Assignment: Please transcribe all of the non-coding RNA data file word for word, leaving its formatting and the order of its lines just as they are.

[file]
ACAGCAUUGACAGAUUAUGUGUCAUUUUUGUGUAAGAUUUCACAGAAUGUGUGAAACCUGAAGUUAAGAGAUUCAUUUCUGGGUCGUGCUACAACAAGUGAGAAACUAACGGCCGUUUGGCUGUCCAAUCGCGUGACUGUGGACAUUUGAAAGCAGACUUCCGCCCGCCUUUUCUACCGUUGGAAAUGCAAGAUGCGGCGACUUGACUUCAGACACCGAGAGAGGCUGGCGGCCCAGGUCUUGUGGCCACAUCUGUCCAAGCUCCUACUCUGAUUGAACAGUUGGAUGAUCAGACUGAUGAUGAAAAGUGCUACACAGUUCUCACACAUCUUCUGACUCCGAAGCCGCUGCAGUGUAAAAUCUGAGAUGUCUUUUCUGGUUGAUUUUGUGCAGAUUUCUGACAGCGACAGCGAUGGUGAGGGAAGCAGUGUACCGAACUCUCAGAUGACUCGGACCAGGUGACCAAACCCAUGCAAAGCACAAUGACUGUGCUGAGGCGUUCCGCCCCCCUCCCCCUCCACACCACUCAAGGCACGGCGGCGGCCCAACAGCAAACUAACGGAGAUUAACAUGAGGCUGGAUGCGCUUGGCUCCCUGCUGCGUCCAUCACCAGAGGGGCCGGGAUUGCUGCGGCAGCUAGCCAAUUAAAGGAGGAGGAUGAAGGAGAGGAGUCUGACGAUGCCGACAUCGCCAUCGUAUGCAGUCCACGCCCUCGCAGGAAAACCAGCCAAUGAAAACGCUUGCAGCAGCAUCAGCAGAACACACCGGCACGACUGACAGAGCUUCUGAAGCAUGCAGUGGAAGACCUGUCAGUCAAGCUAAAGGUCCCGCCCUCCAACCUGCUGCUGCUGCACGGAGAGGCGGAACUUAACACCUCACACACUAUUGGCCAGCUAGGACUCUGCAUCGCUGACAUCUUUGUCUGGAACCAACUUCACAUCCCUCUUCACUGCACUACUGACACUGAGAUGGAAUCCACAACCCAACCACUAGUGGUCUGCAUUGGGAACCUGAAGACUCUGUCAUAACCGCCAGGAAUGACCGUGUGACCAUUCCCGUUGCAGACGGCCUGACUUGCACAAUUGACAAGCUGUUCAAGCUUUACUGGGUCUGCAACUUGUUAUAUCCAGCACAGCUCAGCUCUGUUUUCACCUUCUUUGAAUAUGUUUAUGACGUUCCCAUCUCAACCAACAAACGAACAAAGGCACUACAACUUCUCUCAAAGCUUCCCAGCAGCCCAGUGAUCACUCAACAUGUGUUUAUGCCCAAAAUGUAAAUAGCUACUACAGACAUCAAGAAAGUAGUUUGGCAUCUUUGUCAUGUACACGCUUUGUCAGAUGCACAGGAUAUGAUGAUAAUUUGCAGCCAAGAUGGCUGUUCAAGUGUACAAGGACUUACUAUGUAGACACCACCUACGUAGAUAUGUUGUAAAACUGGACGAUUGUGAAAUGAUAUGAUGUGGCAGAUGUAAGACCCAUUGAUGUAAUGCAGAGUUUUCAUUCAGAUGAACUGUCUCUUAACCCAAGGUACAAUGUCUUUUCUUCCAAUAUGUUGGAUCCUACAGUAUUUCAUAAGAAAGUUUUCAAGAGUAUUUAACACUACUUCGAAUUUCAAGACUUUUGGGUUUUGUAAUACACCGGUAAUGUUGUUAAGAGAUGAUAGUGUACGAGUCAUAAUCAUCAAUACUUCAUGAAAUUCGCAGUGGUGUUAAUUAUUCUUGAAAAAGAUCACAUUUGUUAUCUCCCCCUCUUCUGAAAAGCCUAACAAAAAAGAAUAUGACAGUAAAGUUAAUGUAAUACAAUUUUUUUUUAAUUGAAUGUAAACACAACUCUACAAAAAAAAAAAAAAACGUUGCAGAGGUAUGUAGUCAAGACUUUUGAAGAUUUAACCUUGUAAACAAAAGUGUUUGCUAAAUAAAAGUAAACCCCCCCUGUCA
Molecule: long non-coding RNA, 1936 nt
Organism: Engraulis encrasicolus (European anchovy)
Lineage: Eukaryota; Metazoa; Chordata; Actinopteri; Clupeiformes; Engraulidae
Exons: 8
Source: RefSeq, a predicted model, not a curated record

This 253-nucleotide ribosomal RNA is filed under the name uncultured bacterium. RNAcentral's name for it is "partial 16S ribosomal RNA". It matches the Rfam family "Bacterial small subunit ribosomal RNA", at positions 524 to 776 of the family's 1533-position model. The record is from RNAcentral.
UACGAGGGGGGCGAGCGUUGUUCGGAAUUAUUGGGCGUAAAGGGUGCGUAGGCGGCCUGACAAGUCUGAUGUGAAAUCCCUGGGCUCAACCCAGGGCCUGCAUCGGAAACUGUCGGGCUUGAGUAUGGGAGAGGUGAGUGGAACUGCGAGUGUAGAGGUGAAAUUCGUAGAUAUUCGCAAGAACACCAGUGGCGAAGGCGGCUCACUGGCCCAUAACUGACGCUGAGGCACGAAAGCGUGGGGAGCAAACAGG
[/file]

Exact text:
ACAGCAUUGACAGAUUAUGUGUCAUUUUUGUGUAAGAUUUCACAGAAUGUGUGAAACCUGAAGUUAAGAGAUUCAUUUCUGGGUCGUGCUACAACAAGUGAGAAACUAACGGCCGUUUGGCUGUCCAAUCGCGUGACUGUGGACAUUUGAAAGCAGACUUCCGCCCGCCUUUUCUACCGUUGGAAAUGCAAGAUGCGGCGACUUGACUUCAGACACCGAGAGAGGCUGGCGGCCCAGGUCUUGUGGCCACAUCUGUCCAAGCUCCUACUCUGAUUGAACAGUUGGAUGAUCAGACUGAUGAUGAAAAGUGCUACACAGUUCUCACACAUCUUCUGACUCCGAAGCCGCUGCAGUGUAAAAUCUGAGAUGUCUUUUCUGGUUGAUUUUGUGCAGAUUUCUGACAGCGACAGCGAUGGUGAGGGAAGCAGUGUACCGAACUCUCAGAUGACUCGGACCAGGUGACCAAACCCAUGCAAAGCACAAUGACUGUGCUGAGGCGUUCCGCCCCCCUCCCCCUCCACACCACUCAAGGCACGGCGGCGGCCCAACAGCAAACUAACGGAGAUUAACAUGAGGCUGGAUGCGCUUGGCUCCCUGCUGCGUCCAUCACCAGAGGGGCCGGGAUUGCUGCGGCAGCUAGCCAAUUAAAGGAGGAGGAUGAAGGAGAGGAGUCUGACGAUGCCGACAUCGCCAUCGUAUGCAGUCCACGCCCUCGCAGGAAAACCAGCCAAUGAAAACGCUUGCAGCAGCAUCAGCAGAACACACCGGCACGACUGACAGAGCUUCUGAAGCAUGCAGUGGAAGACCUGUCAGUCAAGCUAAAGGUCCCGCCCUCCAACCUGCUGCUGCUGCACGGAGAGGCGGAACUUAACACCUCACACACUAUUGGCCAGCUAGGACUCUGCAUCGCUGACAUCUUUGUCUGGAACCAACUUCACAUCCCUCUUCACUGCACUACUGACACUGAGAUGGAAUCCACAACCCAACCACUAGUGGUCUGCAUUGGGAACCUGAAGACUCUGUCAUAACCGCCAGGAAUGACCGUGUGACCAUUCCCGUUGCAGACGGCCUGACUUGCACAAUUGACAAGCUGUUCAAGCUUUACUGGGUCUGCAACUUGUUAUAUCCAGCACAGCUCAGCUCUGUUUUCACCUUCUUUGAAUAUGUUUAUGACGUUCCCAUCUCAACCAACAAACGAACAAAGGCACUACAACUUCUCUCAAAGCUUCCCAGCAGCCCAGUGAUCACUCAACAUGUGUUUAUGCCCAAAAUGUAAAUAGCUACUACAGACAUCAAGAAAGUAGUUUGGCAUCUUUGUCAUGUACACGCUUUGUCAGAUGCACAGGAUAUGAUGAUAAUUUGCAGCCAAGAUGGCUGUUCAAGUGUACAAGGACUUACUAUGUAGACACCACCUACGUAGAUAUGUUGUAAAACUGGACGAUUGUGAAAUGAUAUGAUGUGGCAGAUGUAAGACCCAUUGAUGUAAUGCAGAGUUUUCAUUCAGAUGAACUGUCUCUUAACCCAAGGUACAAUGUCUUUUCUUCCAAUAUGUUGGAUCCUACAGUAUUUCAUAAGAAAGUUUUCAAGAGUAUUUAACACUACUUCGAAUUUCAAGACUUUUGGGUUUUGUAAUACACCGGUAAUGUUGUUAAGAGAUGAUAGUGUACGAGUCAUAAUCAUCAAUACUUCAUGAAAUUCGCAGUGGUGUUAAUUAUUCUUGAAAAAGAUCACAUUUGUUAUCUCCCCCUCUUCUGAAAAGCCUAACAAAAAAGAAUAUGACAGUAAAGUUAAUGUAAUACAAUUUUUUUUUAAUUGAAUGUAAACACAACUCUACAAAAAAAAAAAAAAACGUUGCAGAGGUAUGUAGUCAAGACUUUUGAAGAUUUAACCUUGUAAACAAAAGUGUUUGCUAAAUAAAAGUAAACCCCCCCUGUCA
Molecule: long non-coding RNA, 1936 nt
Organism: Engraulis encrasicolus (European anchovy)
Lineage: Eukaryota; Metazoa; Chordata; Actinopteri; Clupeiformes; Engraulidae
Exons: 8
Source: RefSeq, a predicted model, not a curated record

This 253-nucleotide ribosomal RNA is filed under the name uncultured bacterium. RNAcentral's name for it is "partial 16S ribosomal RNA". It matches the Rfam family "Bacterial small subunit ribosomal RNA", at positions 524 to 776 of the family's 1533-position model. The record is from RNAcentral.
UACGAGGGGGGCGAGCGUUGUUCGGAAUUAUUGGGCGUAAAGGGUGCGUAGGCGGCCUGACAAGUCUGAUGUGAAAUCCCUGGGCUCAACCCAGGGCCUGCAUCGGAAACUGUCGGGCUUGAGUAUGGGAGAGGUGAGUGGAACUGCGAGUGUAGAGGUGAAAUUCGUAGAUAUUCGCAAGAACACCAGUGGCGAAGGCGGCUCACUGGCCCAUAACUGACGCUGAGGCACGAAAGCGUGGGGAGCAAACAGG